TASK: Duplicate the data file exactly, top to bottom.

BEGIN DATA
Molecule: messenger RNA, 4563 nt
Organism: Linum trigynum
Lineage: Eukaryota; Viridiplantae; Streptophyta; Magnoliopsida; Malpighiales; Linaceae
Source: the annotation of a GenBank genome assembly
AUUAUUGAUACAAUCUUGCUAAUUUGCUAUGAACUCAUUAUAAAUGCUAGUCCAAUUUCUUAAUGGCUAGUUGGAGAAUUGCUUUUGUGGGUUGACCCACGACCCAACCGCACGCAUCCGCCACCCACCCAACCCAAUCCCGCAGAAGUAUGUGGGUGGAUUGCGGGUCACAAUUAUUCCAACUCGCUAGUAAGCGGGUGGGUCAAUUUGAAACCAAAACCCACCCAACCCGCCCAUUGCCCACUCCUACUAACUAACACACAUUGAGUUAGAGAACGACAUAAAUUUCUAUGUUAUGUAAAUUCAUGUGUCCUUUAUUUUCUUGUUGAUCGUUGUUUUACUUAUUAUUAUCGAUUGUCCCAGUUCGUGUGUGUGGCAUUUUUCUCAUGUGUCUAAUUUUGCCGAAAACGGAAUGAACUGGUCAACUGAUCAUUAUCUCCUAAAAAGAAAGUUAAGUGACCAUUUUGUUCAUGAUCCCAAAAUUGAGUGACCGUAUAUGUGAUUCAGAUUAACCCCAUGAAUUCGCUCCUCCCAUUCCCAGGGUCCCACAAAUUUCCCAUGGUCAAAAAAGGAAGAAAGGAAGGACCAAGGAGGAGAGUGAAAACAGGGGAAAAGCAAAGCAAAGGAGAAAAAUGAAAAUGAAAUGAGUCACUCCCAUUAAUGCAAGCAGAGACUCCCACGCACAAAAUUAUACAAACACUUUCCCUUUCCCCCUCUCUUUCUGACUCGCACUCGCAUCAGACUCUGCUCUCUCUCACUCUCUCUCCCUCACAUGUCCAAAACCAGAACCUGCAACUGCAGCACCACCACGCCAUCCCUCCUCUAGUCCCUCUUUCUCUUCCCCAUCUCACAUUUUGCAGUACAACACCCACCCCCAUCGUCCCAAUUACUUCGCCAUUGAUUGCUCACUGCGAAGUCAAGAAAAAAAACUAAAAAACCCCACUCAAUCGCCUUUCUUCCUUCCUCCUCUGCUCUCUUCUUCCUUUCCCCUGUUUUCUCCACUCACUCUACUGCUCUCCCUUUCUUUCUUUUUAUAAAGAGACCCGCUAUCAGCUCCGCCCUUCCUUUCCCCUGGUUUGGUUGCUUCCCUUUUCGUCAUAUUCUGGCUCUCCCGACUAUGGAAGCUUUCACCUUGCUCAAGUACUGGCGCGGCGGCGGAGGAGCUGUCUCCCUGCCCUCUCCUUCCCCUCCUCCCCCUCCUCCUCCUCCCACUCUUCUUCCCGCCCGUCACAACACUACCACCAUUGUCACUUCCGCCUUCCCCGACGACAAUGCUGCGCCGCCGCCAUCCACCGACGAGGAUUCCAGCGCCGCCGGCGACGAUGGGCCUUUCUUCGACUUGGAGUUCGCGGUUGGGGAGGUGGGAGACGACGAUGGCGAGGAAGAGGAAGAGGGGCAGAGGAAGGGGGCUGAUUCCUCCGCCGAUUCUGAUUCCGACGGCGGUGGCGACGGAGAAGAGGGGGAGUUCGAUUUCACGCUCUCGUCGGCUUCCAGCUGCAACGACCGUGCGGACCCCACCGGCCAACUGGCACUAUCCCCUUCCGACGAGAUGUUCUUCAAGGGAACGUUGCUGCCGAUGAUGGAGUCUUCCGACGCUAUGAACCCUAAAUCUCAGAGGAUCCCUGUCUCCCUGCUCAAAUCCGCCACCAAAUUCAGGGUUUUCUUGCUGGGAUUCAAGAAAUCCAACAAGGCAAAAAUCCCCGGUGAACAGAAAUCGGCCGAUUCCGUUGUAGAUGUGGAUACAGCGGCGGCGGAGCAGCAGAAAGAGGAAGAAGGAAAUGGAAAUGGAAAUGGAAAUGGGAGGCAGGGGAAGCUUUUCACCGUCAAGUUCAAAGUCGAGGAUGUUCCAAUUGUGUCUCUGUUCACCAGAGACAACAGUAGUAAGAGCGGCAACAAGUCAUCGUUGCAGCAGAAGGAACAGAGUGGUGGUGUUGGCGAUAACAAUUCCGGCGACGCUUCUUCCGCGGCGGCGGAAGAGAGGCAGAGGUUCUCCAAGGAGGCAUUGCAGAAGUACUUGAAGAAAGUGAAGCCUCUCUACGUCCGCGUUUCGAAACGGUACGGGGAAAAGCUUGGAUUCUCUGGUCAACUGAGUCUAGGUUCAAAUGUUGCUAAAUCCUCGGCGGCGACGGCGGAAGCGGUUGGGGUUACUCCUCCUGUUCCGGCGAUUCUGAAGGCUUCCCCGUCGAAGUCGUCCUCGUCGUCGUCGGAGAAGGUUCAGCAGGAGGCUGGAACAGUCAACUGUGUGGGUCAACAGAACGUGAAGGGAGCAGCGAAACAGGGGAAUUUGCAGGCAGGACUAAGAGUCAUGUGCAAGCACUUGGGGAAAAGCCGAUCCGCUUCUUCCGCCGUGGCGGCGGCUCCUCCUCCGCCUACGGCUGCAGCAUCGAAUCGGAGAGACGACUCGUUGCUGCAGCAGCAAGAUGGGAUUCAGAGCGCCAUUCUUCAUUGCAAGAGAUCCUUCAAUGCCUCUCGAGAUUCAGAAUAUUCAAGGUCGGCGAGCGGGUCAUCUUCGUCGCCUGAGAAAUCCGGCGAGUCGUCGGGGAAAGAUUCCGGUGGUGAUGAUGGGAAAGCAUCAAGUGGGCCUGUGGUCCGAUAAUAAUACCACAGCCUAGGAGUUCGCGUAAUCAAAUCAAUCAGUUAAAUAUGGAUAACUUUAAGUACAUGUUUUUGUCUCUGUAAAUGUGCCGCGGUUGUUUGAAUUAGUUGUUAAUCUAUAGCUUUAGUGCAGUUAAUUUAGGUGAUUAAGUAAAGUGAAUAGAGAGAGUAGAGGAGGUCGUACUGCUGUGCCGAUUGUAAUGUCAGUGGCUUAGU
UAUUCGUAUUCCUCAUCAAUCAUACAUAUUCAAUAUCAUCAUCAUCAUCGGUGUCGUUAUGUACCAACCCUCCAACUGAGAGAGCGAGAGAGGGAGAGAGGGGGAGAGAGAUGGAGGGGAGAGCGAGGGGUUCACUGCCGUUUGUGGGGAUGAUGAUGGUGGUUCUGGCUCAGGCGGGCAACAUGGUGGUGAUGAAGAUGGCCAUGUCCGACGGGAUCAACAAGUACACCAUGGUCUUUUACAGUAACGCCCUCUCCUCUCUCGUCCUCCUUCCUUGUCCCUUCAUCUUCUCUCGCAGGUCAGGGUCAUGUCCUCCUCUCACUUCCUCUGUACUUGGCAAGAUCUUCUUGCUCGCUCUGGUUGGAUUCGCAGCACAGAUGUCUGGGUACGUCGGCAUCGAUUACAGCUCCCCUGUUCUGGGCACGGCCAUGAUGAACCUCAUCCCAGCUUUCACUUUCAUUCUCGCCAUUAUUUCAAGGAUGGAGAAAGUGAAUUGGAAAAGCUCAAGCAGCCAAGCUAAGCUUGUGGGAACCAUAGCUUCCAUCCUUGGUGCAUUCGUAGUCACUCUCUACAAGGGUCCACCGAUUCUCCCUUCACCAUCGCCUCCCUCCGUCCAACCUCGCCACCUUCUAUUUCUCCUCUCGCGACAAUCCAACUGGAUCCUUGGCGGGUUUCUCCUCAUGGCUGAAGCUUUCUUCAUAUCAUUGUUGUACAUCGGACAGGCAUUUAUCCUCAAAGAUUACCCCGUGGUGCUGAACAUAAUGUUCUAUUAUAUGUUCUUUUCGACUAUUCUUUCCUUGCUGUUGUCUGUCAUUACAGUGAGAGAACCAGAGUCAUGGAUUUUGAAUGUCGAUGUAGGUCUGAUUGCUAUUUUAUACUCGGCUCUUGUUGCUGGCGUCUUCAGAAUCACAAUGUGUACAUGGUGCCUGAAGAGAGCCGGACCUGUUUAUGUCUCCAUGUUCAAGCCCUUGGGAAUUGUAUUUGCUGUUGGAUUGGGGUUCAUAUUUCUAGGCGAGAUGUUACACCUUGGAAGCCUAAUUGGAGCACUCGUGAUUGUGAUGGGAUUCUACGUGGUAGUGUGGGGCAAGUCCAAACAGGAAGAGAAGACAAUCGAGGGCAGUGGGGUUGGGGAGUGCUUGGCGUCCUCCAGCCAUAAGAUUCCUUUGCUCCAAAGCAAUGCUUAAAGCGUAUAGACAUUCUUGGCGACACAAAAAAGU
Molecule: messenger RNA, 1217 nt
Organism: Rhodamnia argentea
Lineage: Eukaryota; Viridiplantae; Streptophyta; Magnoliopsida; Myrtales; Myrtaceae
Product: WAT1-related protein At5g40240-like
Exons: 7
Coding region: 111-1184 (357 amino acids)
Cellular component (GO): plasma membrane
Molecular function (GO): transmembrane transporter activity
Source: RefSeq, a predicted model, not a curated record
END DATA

Molecule: messenger RNA, 4563 nt
Organism: Linum trigynum
Lineage: Eukaryota; Viridiplantae; Streptophyta; Magnoliopsida; Malpighiales; Linaceae
Source: the annotation of a GenBank genome assembly
AUUAUUGAUACAAUCUUGCUAAUUUGCUAUGAACUCAUUAUAAAUGCUAGUCCAAUUUCUUAAUGGCUAGUUGGAGAAUUGCUUUUGUGGGUUGACCCACGACCCAACCGCACGCAUCCGCCACCCACCCAACCCAAUCCCGCAGAAGUAUGUGGGUGGAUUGCGGGUCACAAUUAUUCCAACUCGCUAGUAAGCGGGUGGGUCAAUUUGAAACCAAAACCCACCCAACCCGCCCAUUGCCCACUCCUACUAACUAACACACAUUGAGUUAGAGAACGACAUAAAUUUCUAUGUUAUGUAAAUUCAUGUGUCCUUUAUUUUCUUGUUGAUCGUUGUUUUACUUAUUAUUAUCGAUUGUCCCAGUUCGUGUGUGUGGCAUUUUUCUCAUGUGUCUAAUUUUGCCGAAAACGGAAUGAACUGGUCAACUGAUCAUUAUCUCCUAAAAAGAAAGUUAAGUGACCAUUUUGUUCAUGAUCCCAAAAUUGAGUGACCGUAUAUGUGAUUCAGAUUAACCCCAUGAAUUCGCUCCUCCCAUUCCCAGGGUCCCACAAAUUUCCCAUGGUCAAAAAAGGAAGAAAGGAAGGACCAAGGAGGAGAGUGAAAACAGGGGAAAAGCAAAGCAAAGGAGAAAAAUGAAAAUGAAAUGAGUCACUCCCAUUAAUGCAAGCAGAGACUCCCACGCACAAAAUUAUACAAACACUUUCCCUUUCCCCCUCUCUUUCUGACUCGCACUCGCAUCAGACUCUGCUCUCUCUCACUCUCUCUCCCUCACAUGUCCAAAACCAGAACCUGCAACUGCAGCACCACCACGCCAUCCCUCCUCUAGUCCCUCUUUCUCUUCCCCAUCUCACAUUUUGCAGUACAACACCCACCCCCAUCGUCCCAAUUACUUCGCCAUUGAUUGCUCACUGCGAAGUCAAGAAAAAAAACUAAAAAACCCCACUCAAUCGCCUUUCUUCCUUCCUCCUCUGCUCUCUUCUUCCUUUCCCCUGUUUUCUCCACUCACUCUACUGCUCUCCCUUUCUUUCUUUUUAUAAAGAGACCCGCUAUCAGCUCCGCCCUUCCUUUCCCCUGGUUUGGUUGCUUCCCUUUUCGUCAUAUUCUGGCUCUCCCGACUAUGGAAGCUUUCACCUUGCUCAAGUACUGGCGCGGCGGCGGAGGAGCUGUCUCCCUGCCCUCUCCUUCCCCUCCUCCCCCUCCUCCUCCUCCCACUCUUCUUCCCGCCCGUCACAACACUACCACCAUUGUCACUUCCGCCUUCCCCGACGACAAUGCUGCGCCGCCGCCAUCCACCGACGAGGAUUCCAGCGCCGCCGGCGACGAUGGGCCUUUCUUCGACUUGGAGUUCGCGGUUGGGGAGGUGGGAGACGACGAUGGCGAGGAAGAGGAAGAGGGGCAGAGGAAGGGGGCUGAUUCCUCCGCCGAUUCUGAUUCCGACGGCGGUGGCGACGGAGAAGAGGGGGAGUUCGAUUUCACGCUCUCGUCGGCUUCCAGCUGCAACGACCGUGCGGACCCCACCGGCCAACUGGCACUAUCCCCUUCCGACGAGAUGUUCUUCAAGGGAACGUUGCUGCCGAUGAUGGAGUCUUCCGACGCUAUGAACCCUAAAUCUCAGAGGAUCCCUGUCUCCCUGCUCAAAUCCGCCACCAAAUUCAGGGUUUUCUUGCUGGGAUUCAAGAAAUCCAACAAGGCAAAAAUCCCCGGUGAACAGAAAUCGGCCGAUUCCGUUGUAGAUGUGGAUACAGCGGCGGCGGAGCAGCAGAAAGAGGAAGAAGGAAAUGGAAAUGGAAAUGGAAAUGGGAGGCAGGGGAAGCUUUUCACCGUCAAGUUCAAAGUCGAGGAUGUUCCAAUUGUGUCUCUGUUCACCAGAGACAACAGUAGUAAGAGCGGCAACAAGUCAUCGUUGCAGCAGAAGGAACAGAGUGGUGGUGUUGGCGAUAACAAUUCCGGCGACGCUUCUUCCGCGGCGGCGGAAGAGAGGCAGAGGUUCUCCAAGGAGGCAUUGCAGAAGUACUUGAAGAAAGUGAAGCCUCUCUACGUCCGCGUUUCGAAACGGUACGGGGAAAAGCUUGGAUUCUCUGGUCAACUGAGUCUAGGUUCAAAUGUUGCUAAAUCCUCGGCGGCGACGGCGGAAGCGGUUGGGGUUACUCCUCCUGUUCCGGCGAUUCUGAAGGCUUCCCCGUCGAAGUCGUCCUCGUCGUCGUCGGAGAAGGUUCAGCAGGAGGCUGGAACAGUCAACUGUGUGGGUCAACAGAACGUGAAGGGAGCAGCGAAACAGGGGAAUUUGCAGGCAGGACUAAGAGUCAUGUGCAAGCACUUGGGGAAAAGCCGAUCCGCUUCUUCCGCCGUGGCGGCGGCUCCUCCUCCGCCUACGGCUGCAGCAUCGAAUCGGAGAGACGACUCGUUGCUGCAGCAGCAAGAUGGGAUUCAGAGCGCCAUUCUUCAUUGCAAGAGAUCCUUCAAUGCCUCUCGAGAUUCAGAAUAUUCAAGGUCGGCGAGCGGGUCAUCUUCGUCGCCUGAGAAAUCCGGCGAGUCGUCGGGGAAAGAUUCCGGUGGUGAUGAUGGGAAAGCAUCAAGUGGGCCUGUGGUCCGAUAAUAAUACCACAGCCUAGGAGUUCGCGUAAUCAAAUCAAUCAGUUAAAUAUGGAUAACUUUAAGUACAUGUUUUUGUCUCUGUAAAUGUGCCGCGGUUGUUUGAAUUAGUUGUUAAUCUAUAGCUUUAGUGCAGUUAAUUUAGGUGAUUAAGUAAAGUGAAUAGAGAGAGUAGAGGAGGUCGUACUGCUGUGCCGAUUGUAAUGUCAGUGGCUUAGU
UAUUCGUAUUCCUCAUCAAUCAUACAUAUUCAAUAUCAUCAUCAUCAUCGGUGUCGUUAUGUACCAACCCUCCAACUGAGAGAGCGAGAGAGGGAGAGAGGGGGAGAGAGAUGGAGGGGAGAGCGAGGGGUUCACUGCCGUUUGUGGGGAUGAUGAUGGUGGUUCUGGCUCAGGCGGGCAACAUGGUGGUGAUGAAGAUGGCCAUGUCCGACGGGAUCAACAAGUACACCAUGGUCUUUUACAGUAACGCCCUCUCCUCUCUCGUCCUCCUUCCUUGUCCCUUCAUCUUCUCUCGCAGGUCAGGGUCAUGUCCUCCUCUCACUUCCUCUGUACUUGGCAAGAUCUUCUUGCUCGCUCUGGUUGGAUUCGCAGCACAGAUGUCUGGGUACGUCGGCAUCGAUUACAGCUCCCCUGUUCUGGGCACGGCCAUGAUGAACCUCAUCCCAGCUUUCACUUUCAUUCUCGCCAUUAUUUCAAGGAUGGAGAAAGUGAAUUGGAAAAGCUCAAGCAGCCAAGCUAAGCUUGUGGGAACCAUAGCUUCCAUCCUUGGUGCAUUCGUAGUCACUCUCUACAAGGGUCCACCGAUUCUCCCUUCACCAUCGCCUCCCUCCGUCCAACCUCGCCACCUUCUAUUUCUCCUCUCGCGACAAUCCAACUGGAUCCUUGGCGGGUUUCUCCUCAUGGCUGAAGCUUUCUUCAUAUCAUUGUUGUACAUCGGACAGGCAUUUAUCCUCAAAGAUUACCCCGUGGUGCUGAACAUAAUGUUCUAUUAUAUGUUCUUUUCGACUAUUCUUUCCUUGCUGUUGUCUGUCAUUACAGUGAGAGAACCAGAGUCAUGGAUUUUGAAUGUCGAUGUAGGUCUGAUUGCUAUUUUAUACUCGGCUCUUGUUGCUGGCGUCUUCAGAAUCACAAUGUGUACAUGGUGCCUGAAGAGAGCCGGACCUGUUUAUGUCUCCAUGUUCAAGCCCUUGGGAAUUGUAUUUGCUGUUGGAUUGGGGUUCAUAUUUCUAGGCGAGAUGUUACACCUUGGAAGCCUAAUUGGAGCACUCGUGAUUGUGAUGGGAUUCUACGUGGUAGUGUGGGGCAAGUCCAAACAGGAAGAGAAGACAAUCGAGGGCAGUGGGGUUGGGGAGUGCUUGGCGUCCUCCAGCCAUAAGAUUCCUUUGCUCCAAAGCAAUGCUUAAAGCGUAUAGACAUUCUUGGCGACACAAAAAAGU
Molecule: messenger RNA, 1217 nt
Organism: Rhodamnia argentea
Lineage: Eukaryota; Viridiplantae; Streptophyta; Magnoliopsida; Myrtales; Myrtaceae
Product: WAT1-related protein At5g40240-like
Exons: 7
Coding region: 111-1184 (357 amino acids)
Cellular component (GO): plasma membrane
Molecular function (GO): transmembrane transporter activity
Source: RefSeq, a predicted model, not a curated record